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|LETTERS TO EDITOR
|Year : 2015 | Volume
| Issue : 6 | Page : 969-970
Vanishing infarct on CT—Fogging phenomenon: Perplexing scenario for the beginners
Department of Radiodiagnosis, Sree Balaji Medical College and Hospital, Chennai, Tamil Nadu, India
|Date of Web Publication||20-Nov-2015|
Department of Radiodiagnosis, Sree Balaji Medical College and Hospital, Chennai, Tamil Nadu
Source of Support: None, Conflict of Interest: None
|How to cite this article:|
Indiran V. Vanishing infarct on CT—Fogging phenomenon: Perplexing scenario for the beginners. Neurol India 2015;63:969-70
Although fogging of infarct on CT (computed tomography) has been known since its description in 1979, it could still provide a confusing situation for the beginners in radiology as well as neurology. Hence, awareness of the fogging phenomenon is essential to image the patient at an appropriate time and interpret the images accordingly.
A 24-year-old female patient presented with a history of complete paralysis of the left upper and lower limbs along with deviation of mouth to the right side for 2 days. She had a medical termination of pregnancy 10 days earlier for a missed abortion of 2 months clinical gestational age. She also had a spontaneous abortion 5 months before at 7 weeks gestational age. She neither had any previous medical illness nor any relevant family history. She had elevated antiphospholipid antibody IgM (20.76 U/ml) and IgG (290.50 U/ml). Antinuclear antibody test was positive. Her international normalized ratio was 1.58, and prothrombin time was 17.3 seconds. Her hemoglobin was reduced (8.7 g/dL), and blood sugar and lipid profile were normal. Plain computed tomography (CT) scan of the brain done on the second day after the onset of hemiplegia showed a wedge-shaped hypodense lesion measuring approximately 5 × 3 cm in the right temporoparietal lobe and gangliocapsular region [Figure 1]a,[Figure 1]b,[Figure 1]c. "Hyperdense MCA" (middle cerebral artery) sign was also seen [Figure 1]d. She received low-molecular-weight heparin and antiplatelet drugs. Plain CT scan of the brain done 11 days after the onset of hemiplegia, before the patient was discharged (a check CT scan done despite no neurological deterioration), showed no obvious hypodense lesions in the region of the infarcts demonstratable on the previous CT [Figure 2]. The second CT scan was reported as normal on the preliminary evaluation by a postgraduate radiodiagnosis resident without a proper consideration of the patient's history and a review of the previous imaging finding, which led to the confusion. The same film was brought the following day for discussion by the neurology resident. The history and previous films were reviewed by the reporting staff radiologist, and the reversal of hypodensity on the latest CT was diagnosed as "fogging phenomenon" of the cerebral infarct. The patient was discharged with advice to continue antiplatelet drugs, warfarin, and physiotherapy.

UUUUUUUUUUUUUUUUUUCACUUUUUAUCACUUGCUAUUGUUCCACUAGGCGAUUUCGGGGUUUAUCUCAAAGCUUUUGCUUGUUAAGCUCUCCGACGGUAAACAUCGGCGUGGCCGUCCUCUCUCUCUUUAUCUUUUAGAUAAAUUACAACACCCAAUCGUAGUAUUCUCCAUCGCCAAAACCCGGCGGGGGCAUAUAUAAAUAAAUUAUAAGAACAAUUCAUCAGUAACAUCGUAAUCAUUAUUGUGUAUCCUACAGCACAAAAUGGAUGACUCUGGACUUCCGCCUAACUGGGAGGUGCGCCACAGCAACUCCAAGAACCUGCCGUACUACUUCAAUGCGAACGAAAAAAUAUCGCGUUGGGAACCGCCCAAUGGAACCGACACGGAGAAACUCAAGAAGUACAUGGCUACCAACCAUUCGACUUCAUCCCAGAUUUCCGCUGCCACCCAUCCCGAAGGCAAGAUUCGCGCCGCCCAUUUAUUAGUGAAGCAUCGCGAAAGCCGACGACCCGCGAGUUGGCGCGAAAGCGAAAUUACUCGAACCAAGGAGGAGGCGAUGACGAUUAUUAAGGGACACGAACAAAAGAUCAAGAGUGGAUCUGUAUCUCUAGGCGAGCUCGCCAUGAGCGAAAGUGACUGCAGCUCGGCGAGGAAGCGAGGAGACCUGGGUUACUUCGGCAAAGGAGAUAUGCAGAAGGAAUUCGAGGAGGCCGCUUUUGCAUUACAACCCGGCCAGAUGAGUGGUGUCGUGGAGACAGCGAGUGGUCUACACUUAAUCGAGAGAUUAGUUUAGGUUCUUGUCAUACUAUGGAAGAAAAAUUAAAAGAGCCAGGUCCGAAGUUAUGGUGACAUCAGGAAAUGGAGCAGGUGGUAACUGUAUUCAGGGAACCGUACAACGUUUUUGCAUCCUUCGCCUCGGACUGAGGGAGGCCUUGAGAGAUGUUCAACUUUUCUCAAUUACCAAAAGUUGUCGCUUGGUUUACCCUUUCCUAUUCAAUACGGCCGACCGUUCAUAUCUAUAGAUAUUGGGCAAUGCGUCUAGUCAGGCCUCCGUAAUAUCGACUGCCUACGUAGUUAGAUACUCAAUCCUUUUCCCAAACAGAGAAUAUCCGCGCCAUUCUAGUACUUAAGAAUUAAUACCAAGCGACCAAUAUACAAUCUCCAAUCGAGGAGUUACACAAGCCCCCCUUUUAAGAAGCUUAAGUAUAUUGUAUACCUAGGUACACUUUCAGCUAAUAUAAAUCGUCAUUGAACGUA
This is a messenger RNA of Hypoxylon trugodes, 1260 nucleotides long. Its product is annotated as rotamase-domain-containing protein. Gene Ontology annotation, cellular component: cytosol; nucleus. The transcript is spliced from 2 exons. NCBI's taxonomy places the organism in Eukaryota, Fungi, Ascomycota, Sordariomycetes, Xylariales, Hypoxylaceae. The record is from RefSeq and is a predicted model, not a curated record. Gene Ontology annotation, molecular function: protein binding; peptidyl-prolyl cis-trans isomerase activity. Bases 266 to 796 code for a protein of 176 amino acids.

|Figure 1: (a-c) Plain CT done on 16 June 2015 shows a wedge-shaped hypodense lesion in the right temporoparietal lobe and gangliocapsular region (white arrows); (d) hyperdense M1 segment of the right middle cerebral artery—“Hyperdense MCA” sign (white arrow|
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|Figure 2: (a-c) Plain CT done on 25 June 2015 shows no obvious hypodensity in the right temporoparietal lobe and gangliocapsular region|
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Fogging phenomenon on CT denotes the absence or reversal of hypodensity in clinically well-documented stroke patients. Fogging may occur in as many as 50% of patients presenting with infarcts., It occurs typically during the subacute phase of the infarct. Fogging has also been described on T1- and T2-weighted images on magnetic resonance imaging (MRI). It has been reported between 6 and 36 days after the onset of stroke. Infarcts showing fogging on MRI are observed as isointense to normal brain in the subacute phase from the mildly to markedly increased signal on T2-weighted images seen earlier; the exact cause is not yet clearly understood. Fogging on a CT scan may be seen due to hemorrhagic transformation of infarcts and may be identified on MRI in the subacute stage. MRI may or may not show fogging at the time when fogging occurs on the CT images. Hence, cerebral infarcts tend to be underestimated or missed when images are taken during the second or the third week following stroke. The possible causes for fogging are resolution of edema, invasion by macrophages, capillary proliferation, and extravasation of blood cells. Fogging is unlikely in cases with large-vessel occlusion owing to poor collateral formation. A contrast-enhanced CT may be helpful, as the infarcted areas show enhancement in the subacute period owing to deranged blood–brain barrier., However contrast enhancement is not routinely used to image an infarct  as it would add to the cost burden apart from the risk of nephrotoxicity.
Imaging early in the course of stroke, diligent review of previous imaging studies, and awareness of the time course of imaging findings and their limitations would avoid misdiagnosis/underestimation of stroke. The learning points for radiologists and neurologists would be to avoid using CT scan as the first modality for stroke imaging in the second or third week after hemiplegia onset, especially if there is no deterioration of neurological status; and, always to review the clinical history and previous imaging findings while interpreting the CT studies, especially those done during the subacute phase of infarcts.
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[Figure 1], [Figure 2]